Indonesia also has a strong village structure with an established chain of command that can exert pressure on families. Villages in Pakistan are loose units - often made up of feuding families - with not formal government.
But that is only part of the story. Indonesia's largest island, Java, is also predominantly Moslem. Its population problems are among the worst in the world.
Java, with about the same land area as New York state, has roughly the same population as New York, California, Texas, Pennsylvania, Illinois and Ohio combined.
The people of Java, like those of Pakistan, are predominantly rural and dirt poor. Yet the percentage of couples practicing birth control in Java's five provinces ranges from 15 to 30 percent, compared with only six percent in Pakistan. And a high percentage of those using contraceptives on Java are young married couples.
The number of children per woman dropped by one third (from 5.8 to 3.8 children) in Bali between 1971 and 1976; by 17 percent in Central Java and Jakarta, Indonesia's capital and largest city; and by 15 per cent in East Java, according to a World Fertility Study.
The big difference between Indonesia and Pakistan, officials in Jakarta claim, is the approach and priority given to family planning by the government.
Indonesian President Suharto has been an outspoken advocate of population control and he passed the message along in no uncertain terms all the way down to the village level.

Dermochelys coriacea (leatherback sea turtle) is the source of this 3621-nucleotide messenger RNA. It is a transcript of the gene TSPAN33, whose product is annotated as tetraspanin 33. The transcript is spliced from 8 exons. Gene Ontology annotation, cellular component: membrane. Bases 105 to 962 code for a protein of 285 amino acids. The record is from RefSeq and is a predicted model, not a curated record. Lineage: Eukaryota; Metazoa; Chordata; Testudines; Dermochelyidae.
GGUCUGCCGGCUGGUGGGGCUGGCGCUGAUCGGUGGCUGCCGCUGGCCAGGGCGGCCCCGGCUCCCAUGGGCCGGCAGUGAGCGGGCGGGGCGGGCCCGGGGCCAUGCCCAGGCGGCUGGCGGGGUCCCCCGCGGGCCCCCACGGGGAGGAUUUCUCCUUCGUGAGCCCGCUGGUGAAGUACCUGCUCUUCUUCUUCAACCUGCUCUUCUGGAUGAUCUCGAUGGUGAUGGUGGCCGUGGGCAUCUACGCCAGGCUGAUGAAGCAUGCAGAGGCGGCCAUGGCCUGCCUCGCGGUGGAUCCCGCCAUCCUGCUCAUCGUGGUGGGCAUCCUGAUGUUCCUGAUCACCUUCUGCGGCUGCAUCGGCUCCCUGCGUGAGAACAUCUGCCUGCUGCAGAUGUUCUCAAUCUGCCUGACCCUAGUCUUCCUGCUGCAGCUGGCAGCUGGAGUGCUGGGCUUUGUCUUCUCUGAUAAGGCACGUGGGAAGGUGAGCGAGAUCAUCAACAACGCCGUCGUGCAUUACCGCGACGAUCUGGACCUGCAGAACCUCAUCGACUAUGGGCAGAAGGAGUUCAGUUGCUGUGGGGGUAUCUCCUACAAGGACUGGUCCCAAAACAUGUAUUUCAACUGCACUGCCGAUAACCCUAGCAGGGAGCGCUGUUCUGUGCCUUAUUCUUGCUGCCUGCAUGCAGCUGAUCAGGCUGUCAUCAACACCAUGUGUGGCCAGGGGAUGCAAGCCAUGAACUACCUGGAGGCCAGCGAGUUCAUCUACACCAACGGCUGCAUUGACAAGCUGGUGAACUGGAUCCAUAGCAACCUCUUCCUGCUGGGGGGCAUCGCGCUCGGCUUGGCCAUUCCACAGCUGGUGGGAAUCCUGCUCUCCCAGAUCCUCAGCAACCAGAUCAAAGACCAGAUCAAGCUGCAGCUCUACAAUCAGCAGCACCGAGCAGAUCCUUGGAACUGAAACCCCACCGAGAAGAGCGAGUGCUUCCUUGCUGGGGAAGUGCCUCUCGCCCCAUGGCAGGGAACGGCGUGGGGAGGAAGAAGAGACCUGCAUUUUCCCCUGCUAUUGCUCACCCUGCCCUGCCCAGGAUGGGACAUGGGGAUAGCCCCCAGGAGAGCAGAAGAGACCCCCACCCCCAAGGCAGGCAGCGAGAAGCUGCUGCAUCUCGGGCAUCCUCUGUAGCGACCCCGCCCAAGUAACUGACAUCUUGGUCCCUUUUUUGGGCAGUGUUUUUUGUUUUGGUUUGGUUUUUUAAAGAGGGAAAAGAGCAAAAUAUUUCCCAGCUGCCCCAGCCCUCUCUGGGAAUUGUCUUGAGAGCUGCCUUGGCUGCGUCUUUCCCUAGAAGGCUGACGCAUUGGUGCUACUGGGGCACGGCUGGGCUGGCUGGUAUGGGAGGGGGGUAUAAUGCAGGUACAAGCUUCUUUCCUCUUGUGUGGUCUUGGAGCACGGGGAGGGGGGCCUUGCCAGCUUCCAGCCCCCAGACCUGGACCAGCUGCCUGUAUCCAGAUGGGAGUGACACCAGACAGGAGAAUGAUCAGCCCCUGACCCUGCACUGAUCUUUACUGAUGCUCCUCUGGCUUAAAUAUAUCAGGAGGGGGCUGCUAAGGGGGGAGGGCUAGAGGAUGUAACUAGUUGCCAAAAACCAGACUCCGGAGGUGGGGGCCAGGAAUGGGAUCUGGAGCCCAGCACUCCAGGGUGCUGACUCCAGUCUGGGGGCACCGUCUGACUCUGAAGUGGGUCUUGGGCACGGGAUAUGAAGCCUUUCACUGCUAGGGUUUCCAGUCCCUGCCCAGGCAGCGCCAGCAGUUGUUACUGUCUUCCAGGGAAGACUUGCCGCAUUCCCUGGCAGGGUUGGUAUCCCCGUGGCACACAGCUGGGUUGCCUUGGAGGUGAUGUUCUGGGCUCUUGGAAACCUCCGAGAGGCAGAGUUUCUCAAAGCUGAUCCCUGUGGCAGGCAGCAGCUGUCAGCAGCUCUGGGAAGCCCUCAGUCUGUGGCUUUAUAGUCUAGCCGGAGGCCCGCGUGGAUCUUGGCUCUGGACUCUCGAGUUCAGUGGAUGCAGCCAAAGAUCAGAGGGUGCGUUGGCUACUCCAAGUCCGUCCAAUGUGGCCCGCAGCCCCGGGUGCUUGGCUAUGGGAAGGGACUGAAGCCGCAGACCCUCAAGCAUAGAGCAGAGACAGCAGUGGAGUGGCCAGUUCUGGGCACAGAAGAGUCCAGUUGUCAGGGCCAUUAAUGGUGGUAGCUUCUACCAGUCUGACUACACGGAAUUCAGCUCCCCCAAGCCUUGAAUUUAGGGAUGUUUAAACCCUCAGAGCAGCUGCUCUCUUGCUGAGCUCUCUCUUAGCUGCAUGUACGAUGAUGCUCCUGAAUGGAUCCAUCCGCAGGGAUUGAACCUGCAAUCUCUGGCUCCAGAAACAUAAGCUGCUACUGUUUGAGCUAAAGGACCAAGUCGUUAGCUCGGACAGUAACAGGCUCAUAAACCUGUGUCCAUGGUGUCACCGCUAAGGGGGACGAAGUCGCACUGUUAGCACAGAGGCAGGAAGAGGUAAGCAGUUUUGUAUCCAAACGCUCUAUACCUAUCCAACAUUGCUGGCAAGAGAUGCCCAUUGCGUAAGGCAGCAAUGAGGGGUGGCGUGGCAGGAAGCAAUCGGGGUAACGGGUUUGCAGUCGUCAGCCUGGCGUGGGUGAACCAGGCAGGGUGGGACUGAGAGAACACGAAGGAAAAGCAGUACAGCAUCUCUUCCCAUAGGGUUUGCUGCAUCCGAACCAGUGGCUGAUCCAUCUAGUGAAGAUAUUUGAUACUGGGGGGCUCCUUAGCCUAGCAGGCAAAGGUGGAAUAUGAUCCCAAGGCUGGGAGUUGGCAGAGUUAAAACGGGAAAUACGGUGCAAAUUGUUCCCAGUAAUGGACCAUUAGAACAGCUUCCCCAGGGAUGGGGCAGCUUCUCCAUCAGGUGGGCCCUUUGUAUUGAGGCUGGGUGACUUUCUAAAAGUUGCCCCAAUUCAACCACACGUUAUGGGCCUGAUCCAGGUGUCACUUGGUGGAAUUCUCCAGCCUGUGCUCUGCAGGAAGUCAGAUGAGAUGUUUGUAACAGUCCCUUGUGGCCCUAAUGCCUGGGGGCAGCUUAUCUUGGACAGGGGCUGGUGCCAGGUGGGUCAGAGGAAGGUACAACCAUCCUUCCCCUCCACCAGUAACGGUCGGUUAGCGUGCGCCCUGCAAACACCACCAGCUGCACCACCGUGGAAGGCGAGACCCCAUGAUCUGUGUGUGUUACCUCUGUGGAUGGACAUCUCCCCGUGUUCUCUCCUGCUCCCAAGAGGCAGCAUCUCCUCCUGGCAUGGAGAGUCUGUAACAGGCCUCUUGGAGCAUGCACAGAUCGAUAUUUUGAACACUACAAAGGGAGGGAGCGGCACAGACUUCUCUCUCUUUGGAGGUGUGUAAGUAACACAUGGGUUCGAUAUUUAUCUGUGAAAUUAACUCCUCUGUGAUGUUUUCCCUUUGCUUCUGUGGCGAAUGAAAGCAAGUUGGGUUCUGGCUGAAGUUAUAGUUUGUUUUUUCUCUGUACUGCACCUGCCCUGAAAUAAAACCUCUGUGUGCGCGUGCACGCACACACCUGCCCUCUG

Goals were set for each province, and each year, as the annual target deadline approaches, the number of contraceptives users suddenly spurts upward as field workers scour the countryside.
"We've tried to institutionalize family planning, to make it part of the every day life of every community," says Dr. Haryono Suyono, the program's director of research and development.
The Indonesian program has also been flexible. While the pill was pushed in urban areas, more emphasis was placed in rural areas on getting women to use the IUD.
"The pill and condoms are for educated people," one provincial family planning chief said. "The IUD is for people in villages."
But for all its pluses, the family planning effort, even in Indonesia, has been far from an unqualified success. Less progress has been made in Jakarta than in rural areas, and the birth control campaign has barely got off the ground in many of Indonesia's outer islands.
In addition, the program is expensive (it cost about $15 a year per participant) and is heavily dependent on U.S. assistance. U.S. AID has already spent $42.6 million in the country, and proposes to put up another $86.6 million in grants and loans in the next six years.
What's more, even the most optimistic demographers estimate that the population, of Indonesia will soar from 132 million today to at least 215 million by the year 2000 and that Jakarta will mushroom into a city of 17 million.
This means that by the end of the century, Indonesia will need 25 million more jobs - and 35 million more classroom seats - than it had in 1971.
The question for Indonesia - and the other developing countries facing the same problems - is where will it find them?
Today, there is no answer.